For a community, Gissiner said a citizen review board provides a “link to things that are going on within the police department,” and he said it’s equally – if not more – important to have a citizen committee that helps implement new policies. Eugene also has a Police Commission, an advisory group that reviews draft policies on issues such as tasers and pepper spray and recommends changes, he said.

The commission is another civilian board that is affiliated with the police department and appointed by the city council, said Skinner.

For the citizen advisory committee, Gissiner said the city council does “a really good job of picking people who are not narrowly defined by one issue” and who have been involved in a variety of community activities and jobs.

Historically, police departments have “been closed and vertical in their thinking, Gissiner said. “Anytime that you have an opportunity to get more community input into your organization you should take that opportunity and you will build trust by presenting those opportunities with more transparency and dialogue,” he said.

The police department is more legitimate in the eyes of the community, Skinner said, when board members evaluate police conduct and help affirm that, “while we make mistakes,” officers are held accountable.

“Far too long have we as a profession operated in a vacuum,” he said, “and it’s time for police departments to pull back the curtain and not be afraid to show the community how we operate.”

Skinner advised that communities look to other jurisdictions in which oversight bodies are viewed as legitimate, as well as developing a system that serves the goal of building trust and confidence in the community.

Oregon’s public records law limits Gissiner from providing as much information as he would like about disciplinary actions taken against police officers.

Gissiner said the Eugene Police Department receives one of the highest numbers of complaints nationally per capita but added, “I can confidently say the EPD is one of the most scrutinized departments in the country.”

“Approximately 90% of the complaints are service complaints such as response times, homeless camping and officer driving,” he said.

While it is difficult to measure their success qualitatively, he said, few other oversight boards, if any, can report use of force cases within 24 hours, and the Police Auditor examines such cases on a daily basis.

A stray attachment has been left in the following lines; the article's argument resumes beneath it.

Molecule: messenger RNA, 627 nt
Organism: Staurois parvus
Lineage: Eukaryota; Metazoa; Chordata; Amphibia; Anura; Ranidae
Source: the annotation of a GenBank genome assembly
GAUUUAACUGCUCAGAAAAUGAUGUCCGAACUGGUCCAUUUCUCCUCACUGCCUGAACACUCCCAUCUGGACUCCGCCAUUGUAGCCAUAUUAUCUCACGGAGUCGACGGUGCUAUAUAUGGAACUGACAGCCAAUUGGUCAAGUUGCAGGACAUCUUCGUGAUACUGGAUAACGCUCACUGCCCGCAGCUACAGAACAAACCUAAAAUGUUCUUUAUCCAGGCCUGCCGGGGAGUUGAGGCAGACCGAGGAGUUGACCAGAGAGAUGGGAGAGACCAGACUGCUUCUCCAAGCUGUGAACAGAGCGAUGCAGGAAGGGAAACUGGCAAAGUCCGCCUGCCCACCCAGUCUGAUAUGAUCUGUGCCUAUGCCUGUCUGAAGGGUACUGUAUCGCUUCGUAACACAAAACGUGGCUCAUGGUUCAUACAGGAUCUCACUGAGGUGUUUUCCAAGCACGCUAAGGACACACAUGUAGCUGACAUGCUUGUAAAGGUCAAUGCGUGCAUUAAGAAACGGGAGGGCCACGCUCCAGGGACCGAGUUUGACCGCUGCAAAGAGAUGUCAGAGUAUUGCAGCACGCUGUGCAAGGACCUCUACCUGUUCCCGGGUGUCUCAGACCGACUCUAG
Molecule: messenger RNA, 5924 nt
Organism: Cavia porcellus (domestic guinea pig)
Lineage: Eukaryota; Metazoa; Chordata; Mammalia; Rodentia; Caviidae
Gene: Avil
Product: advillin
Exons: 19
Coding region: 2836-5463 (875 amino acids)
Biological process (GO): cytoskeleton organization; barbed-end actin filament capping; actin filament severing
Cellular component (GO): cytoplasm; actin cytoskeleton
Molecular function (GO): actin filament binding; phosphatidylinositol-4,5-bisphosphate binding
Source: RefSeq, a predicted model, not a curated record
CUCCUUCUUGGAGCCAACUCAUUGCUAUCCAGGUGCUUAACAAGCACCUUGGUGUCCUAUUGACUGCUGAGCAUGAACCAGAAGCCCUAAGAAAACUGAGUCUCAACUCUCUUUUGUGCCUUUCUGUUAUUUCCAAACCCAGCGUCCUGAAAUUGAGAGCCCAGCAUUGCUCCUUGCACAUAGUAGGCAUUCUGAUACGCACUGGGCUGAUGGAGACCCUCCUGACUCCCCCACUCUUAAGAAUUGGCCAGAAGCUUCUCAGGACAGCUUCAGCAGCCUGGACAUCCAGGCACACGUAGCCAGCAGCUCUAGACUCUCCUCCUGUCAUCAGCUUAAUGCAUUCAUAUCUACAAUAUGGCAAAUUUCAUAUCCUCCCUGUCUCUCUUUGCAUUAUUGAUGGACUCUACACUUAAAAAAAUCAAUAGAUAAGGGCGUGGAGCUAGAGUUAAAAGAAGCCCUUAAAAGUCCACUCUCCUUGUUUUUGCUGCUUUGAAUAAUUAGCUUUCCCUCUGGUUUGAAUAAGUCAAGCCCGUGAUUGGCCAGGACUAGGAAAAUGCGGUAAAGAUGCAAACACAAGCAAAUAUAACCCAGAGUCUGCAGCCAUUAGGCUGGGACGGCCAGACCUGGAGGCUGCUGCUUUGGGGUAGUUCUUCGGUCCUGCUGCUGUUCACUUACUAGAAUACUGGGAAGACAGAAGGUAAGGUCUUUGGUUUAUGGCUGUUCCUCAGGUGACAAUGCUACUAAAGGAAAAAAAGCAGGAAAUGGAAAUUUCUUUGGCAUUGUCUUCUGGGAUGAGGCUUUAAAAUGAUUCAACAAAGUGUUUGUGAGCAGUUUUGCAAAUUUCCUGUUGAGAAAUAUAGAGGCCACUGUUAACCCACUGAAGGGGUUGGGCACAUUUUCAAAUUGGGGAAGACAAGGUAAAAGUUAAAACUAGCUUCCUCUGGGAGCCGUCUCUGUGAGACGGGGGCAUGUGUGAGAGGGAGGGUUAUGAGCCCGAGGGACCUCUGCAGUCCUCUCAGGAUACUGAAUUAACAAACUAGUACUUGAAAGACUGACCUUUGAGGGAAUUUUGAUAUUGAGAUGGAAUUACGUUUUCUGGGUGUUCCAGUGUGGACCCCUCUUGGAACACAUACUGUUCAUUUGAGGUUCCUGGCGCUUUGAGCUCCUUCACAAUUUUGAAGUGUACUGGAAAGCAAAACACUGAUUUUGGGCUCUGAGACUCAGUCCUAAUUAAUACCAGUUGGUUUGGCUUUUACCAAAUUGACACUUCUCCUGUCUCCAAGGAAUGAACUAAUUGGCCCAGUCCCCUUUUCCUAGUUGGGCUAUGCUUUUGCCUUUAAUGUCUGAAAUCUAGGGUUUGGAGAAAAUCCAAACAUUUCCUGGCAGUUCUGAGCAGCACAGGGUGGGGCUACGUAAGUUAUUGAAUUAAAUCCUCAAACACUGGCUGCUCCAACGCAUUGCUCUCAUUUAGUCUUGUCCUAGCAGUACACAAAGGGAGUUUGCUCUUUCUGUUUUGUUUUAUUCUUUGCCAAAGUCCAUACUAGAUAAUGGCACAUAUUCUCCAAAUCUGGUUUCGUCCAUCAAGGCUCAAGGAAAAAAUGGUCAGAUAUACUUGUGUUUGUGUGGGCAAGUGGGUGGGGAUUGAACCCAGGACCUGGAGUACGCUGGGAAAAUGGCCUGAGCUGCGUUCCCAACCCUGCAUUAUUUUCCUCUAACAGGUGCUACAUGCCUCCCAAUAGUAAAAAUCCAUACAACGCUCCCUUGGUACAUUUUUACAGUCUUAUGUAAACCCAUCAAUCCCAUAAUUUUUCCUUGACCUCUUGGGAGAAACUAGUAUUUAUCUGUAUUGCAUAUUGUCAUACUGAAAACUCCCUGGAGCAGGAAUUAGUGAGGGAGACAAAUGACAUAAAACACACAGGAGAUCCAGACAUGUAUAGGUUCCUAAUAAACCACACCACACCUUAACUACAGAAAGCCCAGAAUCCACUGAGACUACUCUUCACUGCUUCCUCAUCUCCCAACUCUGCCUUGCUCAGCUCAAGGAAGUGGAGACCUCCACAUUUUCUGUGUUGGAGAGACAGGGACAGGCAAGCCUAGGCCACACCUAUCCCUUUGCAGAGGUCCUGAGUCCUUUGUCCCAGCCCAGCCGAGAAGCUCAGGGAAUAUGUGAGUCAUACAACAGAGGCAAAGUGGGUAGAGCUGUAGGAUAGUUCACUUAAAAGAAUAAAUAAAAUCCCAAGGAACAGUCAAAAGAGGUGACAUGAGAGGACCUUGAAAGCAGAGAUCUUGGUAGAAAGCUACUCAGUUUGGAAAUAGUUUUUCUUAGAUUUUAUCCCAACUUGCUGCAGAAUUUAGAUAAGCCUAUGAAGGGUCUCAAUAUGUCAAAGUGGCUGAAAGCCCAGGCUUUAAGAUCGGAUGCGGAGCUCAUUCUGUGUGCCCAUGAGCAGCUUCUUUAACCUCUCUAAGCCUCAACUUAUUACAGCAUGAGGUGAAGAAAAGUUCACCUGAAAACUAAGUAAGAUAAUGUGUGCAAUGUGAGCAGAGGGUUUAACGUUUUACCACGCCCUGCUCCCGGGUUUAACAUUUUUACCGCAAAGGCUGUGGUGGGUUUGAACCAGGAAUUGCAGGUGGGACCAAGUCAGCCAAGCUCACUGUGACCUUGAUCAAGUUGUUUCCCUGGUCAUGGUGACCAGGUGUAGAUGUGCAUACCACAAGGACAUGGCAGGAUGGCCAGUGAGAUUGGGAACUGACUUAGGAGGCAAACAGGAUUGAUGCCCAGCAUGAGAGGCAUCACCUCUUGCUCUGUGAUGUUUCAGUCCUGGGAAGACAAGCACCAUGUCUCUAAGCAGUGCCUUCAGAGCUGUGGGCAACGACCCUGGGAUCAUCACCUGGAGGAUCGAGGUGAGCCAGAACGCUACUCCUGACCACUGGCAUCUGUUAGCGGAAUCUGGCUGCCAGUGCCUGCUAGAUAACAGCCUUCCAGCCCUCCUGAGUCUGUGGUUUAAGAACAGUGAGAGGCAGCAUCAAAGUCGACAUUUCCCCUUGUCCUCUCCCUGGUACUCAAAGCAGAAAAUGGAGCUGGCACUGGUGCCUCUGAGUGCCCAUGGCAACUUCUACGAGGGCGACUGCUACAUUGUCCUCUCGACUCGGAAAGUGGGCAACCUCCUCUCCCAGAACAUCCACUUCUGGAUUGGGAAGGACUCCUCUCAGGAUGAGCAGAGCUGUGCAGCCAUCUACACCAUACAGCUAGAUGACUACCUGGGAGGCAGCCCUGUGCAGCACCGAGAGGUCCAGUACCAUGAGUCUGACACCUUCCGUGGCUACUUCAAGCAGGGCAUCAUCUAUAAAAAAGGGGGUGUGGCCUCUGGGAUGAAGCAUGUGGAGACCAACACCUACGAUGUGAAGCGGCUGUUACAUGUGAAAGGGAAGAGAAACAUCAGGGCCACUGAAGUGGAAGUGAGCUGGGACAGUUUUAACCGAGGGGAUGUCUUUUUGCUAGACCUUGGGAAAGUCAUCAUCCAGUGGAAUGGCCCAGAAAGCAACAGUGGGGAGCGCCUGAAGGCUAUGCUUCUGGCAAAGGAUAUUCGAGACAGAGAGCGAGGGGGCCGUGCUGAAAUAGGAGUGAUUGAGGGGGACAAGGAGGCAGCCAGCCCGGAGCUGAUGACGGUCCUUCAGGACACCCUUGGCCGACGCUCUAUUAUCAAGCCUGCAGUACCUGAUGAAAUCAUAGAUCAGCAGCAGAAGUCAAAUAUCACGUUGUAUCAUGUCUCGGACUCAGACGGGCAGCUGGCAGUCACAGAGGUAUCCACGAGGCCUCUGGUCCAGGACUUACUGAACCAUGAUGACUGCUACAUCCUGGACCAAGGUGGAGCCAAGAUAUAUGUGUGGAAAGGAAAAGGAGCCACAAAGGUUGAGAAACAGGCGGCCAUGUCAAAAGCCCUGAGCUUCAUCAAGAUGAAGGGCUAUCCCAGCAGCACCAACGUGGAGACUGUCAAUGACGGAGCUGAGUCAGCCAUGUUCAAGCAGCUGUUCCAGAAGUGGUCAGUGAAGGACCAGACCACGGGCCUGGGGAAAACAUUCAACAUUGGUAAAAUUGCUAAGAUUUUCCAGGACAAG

“If we are unsure of or don’t like what we read, we ask for the body cam, reports, and all audio/video,” he said. “EPD sends this to us within hours. I can guarantee that no other agency has this level of penetration. Is that success? To me it is.”

The city of Corvallis relies on a citizen advisory board to review police actions. (Kezia Setyawan/The Enterprise)

In contrast, the Corvallis Police Department does its own investigation of citizen complaints about police officers and then advises the complaining party on the outcome, according to the city’s website.

However, if the complainant isn’t content with the outcome, they can request a review by the Community Police Review Advisory Board. Members of the board are appointed by the mayor.

The Corvallis board also assesses all officer-involved fatal shootings, traffic stop data and “allegations of racial or other bias against individuals,” according to the city website.

As in Eugene, the Corvallis review board can recommend changes to department policies and procedures, but it can’t address discipline.

Hyatt Lytle, a member of the review board and a Corvallis city councilor, said while the board’s main function is to review cases, she has been on the board for four years and has never had to review a complaint. The board also meets quarterly, allowing for public comments about “law enforcement matters,” but does not see many citizens.

However, she said the meetings are an important part of the board’s job because the chief comes to the meetings to present commendations and reports against officers to the board and answer questions.

“[The reports] will be listed with the date received, type of complaint, and then they’ll have a very high-level summary of the complaint and investigation findings,” said Lytle. “And then we can ask for high-level detail. We can’t ask specifics, like, ‘What did the officer do?’ or, ‘Who’s the officer?’ because by state law personnel matters are confidential.”

Lytle said another big piece of the board’s function is to give “advice on certain policy or administrative changes for the department.”